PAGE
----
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Highlands | Nursing & Rehabilitation

Latest News

Latest News

Older Adult Fall Prevention

August 28, 2023

Facts About Falls

Each year, millions of older people—those 65 and older—fall. In fact, more than one out of four older people falls each year, 1 but less than half tell their doctor.2 Falling once doubles your chances of falling again.3

Falls Are Serious and Costly

  • One out of five falls causes a serious injury such as broken bones or a head injury.4,5
  • Each year, 3 million older people are treated in emergency departments for fall injuries.6
  • Over 800,000 patients a year are hospitalized because of a fall injury, most often because of a head injury or hip fracture.6
  • Each year at least 300,000 older people are hospitalized for hip fractures.7
  • More than 95% of hip fractures are caused by falling,8 usually by falling sideways.9
  • Falls are the most common cause of traumatic brain injuries (TBI).10
  • In 2015, the total medical costs for falls totaled more than $50 billion.11 Medicare and Medicaid shouldered 75% of these costs.

What Can Happen After a Fall?

Many falls do not cause injuries. But one out of five falls does cause a serious injury such as a broken bone or a head injury.4,5 These injuries can make it hard for a person to get around, do everyday activities, or live on their own.

  • Falls can cause broken bones, like wrist, arm, ankle, and hip fractures.
  • Falls can cause head injuries. These can be very serious, especially if the person is taking certain medicines (like blood thinners). An older person who falls and hits their head should see their doctor right away to make sure they don’t have a brain injury.
  • Many people who fall, even if they’re not injured, become afraid of falling. This fear may cause a person to cut down on their everyday activities. When a person is less active, they become weaker and this increases their chances of falling.12

What Conditions Make You More Likely to Fall?

Research has identified many conditions that contribute to falling. These are called risk factors. Many risk factors can be changed or modified to help prevent falls. They include:

  • Lower body weakness
  • Vitamin D deficiency (that is, not enough vitamin D in your system)
  • Difficulties with walking and balance
  • Use of medicines, such as tranquilizers, sedatives, or antidepressants. Even some over-the-counter medicines can affect balance and how steady you are on your feet.
  • Vision problems
  • Foot pain or poor footwear
  • Home hazards or dangers such as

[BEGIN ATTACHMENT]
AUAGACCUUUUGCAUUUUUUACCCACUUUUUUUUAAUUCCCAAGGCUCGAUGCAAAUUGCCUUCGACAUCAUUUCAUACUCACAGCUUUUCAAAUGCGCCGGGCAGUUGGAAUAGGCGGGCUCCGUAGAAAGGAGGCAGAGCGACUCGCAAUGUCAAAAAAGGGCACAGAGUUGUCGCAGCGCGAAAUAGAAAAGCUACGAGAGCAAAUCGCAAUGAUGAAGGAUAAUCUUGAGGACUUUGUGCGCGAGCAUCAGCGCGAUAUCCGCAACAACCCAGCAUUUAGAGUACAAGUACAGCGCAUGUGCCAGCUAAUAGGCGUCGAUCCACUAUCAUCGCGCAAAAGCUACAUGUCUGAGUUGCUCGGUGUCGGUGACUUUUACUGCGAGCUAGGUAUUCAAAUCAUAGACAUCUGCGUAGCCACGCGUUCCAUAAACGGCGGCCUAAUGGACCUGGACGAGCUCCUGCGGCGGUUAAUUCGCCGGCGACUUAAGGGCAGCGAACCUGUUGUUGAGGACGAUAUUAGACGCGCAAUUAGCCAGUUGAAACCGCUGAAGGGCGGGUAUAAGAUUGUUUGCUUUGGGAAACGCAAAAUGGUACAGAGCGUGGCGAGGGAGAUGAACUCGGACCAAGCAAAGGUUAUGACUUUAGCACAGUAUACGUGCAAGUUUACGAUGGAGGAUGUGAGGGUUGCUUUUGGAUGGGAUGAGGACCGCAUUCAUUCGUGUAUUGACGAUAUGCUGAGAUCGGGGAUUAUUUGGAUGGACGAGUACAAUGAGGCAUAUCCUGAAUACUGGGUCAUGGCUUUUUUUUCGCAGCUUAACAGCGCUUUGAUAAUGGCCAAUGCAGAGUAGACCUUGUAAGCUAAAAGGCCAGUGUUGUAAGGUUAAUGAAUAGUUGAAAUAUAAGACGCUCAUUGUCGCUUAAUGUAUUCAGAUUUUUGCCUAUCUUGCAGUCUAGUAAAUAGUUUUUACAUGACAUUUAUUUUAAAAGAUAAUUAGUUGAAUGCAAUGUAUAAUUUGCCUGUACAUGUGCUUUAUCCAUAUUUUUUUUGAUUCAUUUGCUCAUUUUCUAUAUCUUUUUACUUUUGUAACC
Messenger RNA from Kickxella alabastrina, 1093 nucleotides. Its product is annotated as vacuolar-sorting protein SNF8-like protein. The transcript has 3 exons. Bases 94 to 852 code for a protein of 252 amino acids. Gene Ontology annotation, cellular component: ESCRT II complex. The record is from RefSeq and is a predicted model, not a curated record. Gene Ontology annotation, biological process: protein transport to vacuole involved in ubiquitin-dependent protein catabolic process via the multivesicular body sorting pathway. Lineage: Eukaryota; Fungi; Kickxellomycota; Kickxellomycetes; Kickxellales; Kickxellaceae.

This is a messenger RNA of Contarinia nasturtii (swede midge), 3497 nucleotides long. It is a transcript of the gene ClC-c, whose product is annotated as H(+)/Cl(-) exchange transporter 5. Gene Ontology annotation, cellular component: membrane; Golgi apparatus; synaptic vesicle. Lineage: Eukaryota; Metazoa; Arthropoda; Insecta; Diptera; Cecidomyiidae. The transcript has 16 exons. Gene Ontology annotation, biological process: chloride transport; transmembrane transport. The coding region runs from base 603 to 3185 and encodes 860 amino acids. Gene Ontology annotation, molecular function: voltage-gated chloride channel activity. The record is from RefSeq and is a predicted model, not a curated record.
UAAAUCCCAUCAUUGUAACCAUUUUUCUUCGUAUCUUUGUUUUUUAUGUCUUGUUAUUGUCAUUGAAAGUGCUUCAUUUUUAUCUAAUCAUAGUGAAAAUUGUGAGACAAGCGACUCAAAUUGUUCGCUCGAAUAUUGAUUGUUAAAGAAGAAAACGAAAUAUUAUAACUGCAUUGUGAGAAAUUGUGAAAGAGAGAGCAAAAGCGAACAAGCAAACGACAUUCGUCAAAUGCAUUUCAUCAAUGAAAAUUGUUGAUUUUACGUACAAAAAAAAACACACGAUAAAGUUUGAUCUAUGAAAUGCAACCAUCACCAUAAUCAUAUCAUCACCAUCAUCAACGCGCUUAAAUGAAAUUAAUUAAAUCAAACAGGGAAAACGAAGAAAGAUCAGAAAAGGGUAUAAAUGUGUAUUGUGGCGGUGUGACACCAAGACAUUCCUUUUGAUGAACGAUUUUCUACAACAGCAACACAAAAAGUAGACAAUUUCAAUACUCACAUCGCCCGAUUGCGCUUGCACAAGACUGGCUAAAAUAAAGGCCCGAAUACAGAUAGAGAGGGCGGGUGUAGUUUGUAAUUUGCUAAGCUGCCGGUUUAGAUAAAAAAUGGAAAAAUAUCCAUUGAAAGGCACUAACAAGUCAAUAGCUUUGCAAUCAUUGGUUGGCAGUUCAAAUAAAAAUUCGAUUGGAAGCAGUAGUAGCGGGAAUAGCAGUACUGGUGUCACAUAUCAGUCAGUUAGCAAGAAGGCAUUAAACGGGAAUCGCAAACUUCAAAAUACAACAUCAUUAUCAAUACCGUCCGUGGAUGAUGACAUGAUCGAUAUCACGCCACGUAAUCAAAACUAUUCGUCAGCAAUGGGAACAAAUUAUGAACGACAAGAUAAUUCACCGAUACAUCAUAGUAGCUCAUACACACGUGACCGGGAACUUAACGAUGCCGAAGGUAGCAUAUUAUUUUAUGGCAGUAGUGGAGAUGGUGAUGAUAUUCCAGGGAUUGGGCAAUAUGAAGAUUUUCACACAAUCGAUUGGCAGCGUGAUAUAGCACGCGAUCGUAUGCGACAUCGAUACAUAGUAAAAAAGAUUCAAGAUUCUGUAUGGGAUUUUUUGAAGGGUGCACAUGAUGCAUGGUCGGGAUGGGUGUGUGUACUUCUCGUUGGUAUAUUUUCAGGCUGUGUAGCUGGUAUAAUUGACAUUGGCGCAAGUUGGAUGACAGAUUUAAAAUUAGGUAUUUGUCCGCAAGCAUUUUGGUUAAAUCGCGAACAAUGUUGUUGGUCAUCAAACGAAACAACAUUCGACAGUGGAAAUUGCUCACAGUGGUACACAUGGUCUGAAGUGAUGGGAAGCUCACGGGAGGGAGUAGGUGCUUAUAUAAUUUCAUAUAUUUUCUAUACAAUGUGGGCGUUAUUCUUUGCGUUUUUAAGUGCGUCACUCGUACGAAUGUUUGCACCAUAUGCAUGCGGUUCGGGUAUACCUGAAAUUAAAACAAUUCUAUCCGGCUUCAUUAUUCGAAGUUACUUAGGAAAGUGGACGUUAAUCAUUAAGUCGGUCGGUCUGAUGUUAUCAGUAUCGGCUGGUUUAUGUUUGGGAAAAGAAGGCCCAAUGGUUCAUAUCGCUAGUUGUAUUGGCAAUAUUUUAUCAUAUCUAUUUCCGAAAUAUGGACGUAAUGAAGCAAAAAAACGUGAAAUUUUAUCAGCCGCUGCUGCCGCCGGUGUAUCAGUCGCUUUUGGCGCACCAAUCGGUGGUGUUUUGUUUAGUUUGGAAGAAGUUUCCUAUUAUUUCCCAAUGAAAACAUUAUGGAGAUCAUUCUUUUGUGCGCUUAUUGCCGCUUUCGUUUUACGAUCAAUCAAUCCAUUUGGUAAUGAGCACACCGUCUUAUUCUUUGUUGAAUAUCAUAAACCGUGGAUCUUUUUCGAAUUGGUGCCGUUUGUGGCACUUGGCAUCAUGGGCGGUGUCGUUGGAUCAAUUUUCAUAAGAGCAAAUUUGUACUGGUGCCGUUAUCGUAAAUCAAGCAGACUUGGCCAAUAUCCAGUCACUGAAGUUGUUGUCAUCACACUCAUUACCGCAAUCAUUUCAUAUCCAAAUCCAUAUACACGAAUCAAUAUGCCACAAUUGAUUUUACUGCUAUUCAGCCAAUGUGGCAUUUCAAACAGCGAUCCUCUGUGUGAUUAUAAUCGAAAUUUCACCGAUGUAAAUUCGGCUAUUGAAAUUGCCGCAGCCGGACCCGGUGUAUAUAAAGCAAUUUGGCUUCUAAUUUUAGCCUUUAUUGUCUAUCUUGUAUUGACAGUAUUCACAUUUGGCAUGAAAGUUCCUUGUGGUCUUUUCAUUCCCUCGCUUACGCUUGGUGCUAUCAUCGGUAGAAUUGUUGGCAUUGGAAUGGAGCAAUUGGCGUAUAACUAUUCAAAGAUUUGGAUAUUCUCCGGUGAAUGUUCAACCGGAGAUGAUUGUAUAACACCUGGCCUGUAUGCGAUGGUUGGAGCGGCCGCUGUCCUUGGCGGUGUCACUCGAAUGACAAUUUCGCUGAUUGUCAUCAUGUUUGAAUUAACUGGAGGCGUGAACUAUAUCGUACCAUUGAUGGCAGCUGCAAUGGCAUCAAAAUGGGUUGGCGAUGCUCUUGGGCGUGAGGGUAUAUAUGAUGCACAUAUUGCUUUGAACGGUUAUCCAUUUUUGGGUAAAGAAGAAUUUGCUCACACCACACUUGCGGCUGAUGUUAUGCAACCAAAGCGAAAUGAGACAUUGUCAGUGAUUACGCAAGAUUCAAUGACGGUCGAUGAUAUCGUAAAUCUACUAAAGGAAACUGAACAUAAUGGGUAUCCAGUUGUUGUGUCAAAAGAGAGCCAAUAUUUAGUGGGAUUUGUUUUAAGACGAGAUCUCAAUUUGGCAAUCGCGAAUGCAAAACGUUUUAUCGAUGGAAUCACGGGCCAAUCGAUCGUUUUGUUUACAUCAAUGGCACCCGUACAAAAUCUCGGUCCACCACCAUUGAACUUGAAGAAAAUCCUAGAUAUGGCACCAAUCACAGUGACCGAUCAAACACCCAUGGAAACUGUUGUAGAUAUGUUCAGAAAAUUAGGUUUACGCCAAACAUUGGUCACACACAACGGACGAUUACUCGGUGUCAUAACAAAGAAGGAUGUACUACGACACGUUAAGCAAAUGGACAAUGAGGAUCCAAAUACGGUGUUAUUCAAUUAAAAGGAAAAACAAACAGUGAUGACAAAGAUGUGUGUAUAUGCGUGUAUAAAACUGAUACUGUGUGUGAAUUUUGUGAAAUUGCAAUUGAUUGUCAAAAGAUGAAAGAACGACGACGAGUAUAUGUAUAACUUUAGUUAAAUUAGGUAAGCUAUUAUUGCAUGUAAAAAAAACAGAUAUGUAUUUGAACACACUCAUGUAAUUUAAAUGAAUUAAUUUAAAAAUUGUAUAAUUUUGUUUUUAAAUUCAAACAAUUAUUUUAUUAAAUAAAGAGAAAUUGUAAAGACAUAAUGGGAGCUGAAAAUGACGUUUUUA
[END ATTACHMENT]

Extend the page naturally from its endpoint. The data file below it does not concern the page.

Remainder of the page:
• broken or uneven steps, and
    • throw rugs or clutter that can be tripped over.

Most falls are caused by a combination of risk factors. The more risk factors a person has, the greater their chances of falling.

Healthcare providers can help cut down a person’s risk by reducing the fall risk factors listed above.

To learn more, please visit

Oral Health for Older Adults

August 21, 2023

Facts About Older Adult Oral Health

By 2060, according to the US Census, the number of US adults aged 65 years or older is expected to reach 98 million, 24% of the overall population.1 Older Americans with the poorest oral health tend to be those who are economically disadvantaged, lack insurance, and are members of racial and ethnic minorities. Being disabled, homebound, or institutionalized (e.g., seniors who live in nursing homes) also increases the risk of poor oral health. Adults 50 years and older who smoke are also less likely to get dental care than people who do not smoke.6 Many older Americans do not have dental insurance because they lost their benefits upon retirement and the federal Medicare program does not cover routine dental care.2

Oral health problems in older adults include the following:

  • Untreated tooth decay. Nearly all adults (96%) aged 65 years or older have had a cavity; 1 in 5 have untreated tooth decay.3
  • Gum disease. A high percentage of older adults have gum disease. About 2 in 3 (68%) adults aged 65 years or older have gum disease.4
  • Tooth loss. Nearly 1 in 5 of adults aged 65 or older have lost all of their teeth. Complete tooth loss is twice as prevalent among adults aged 75 and older (26%) compared with adults aged 65-74 (13%).3  Having missing teeth or wearing dentures can affect nutrition, because people without teeth or with dentures often prefer soft, easily chewed foods instead of foods such as fresh fruits and vegetables.
  • Oral cancer. Cancers of the mouth (oral and pharyngeal cancers) are primarily diagnosed in older adults; median age at diagnosis is 62 years.5
  • Chronic disease. People with chronic diseases such as arthritis, diabetes, heart diseases, and chronic obstructive pulmonary disease (COPD) may be more likely to develop gum (periodontal) disease, but they are less likely to get dental care than adults without these chronic conditions.6 Also, most older Americans take both prescription and over-the-counter drugs; many of these medications can cause dry mouth. Reduced saliva flow increases the risk of cavities.7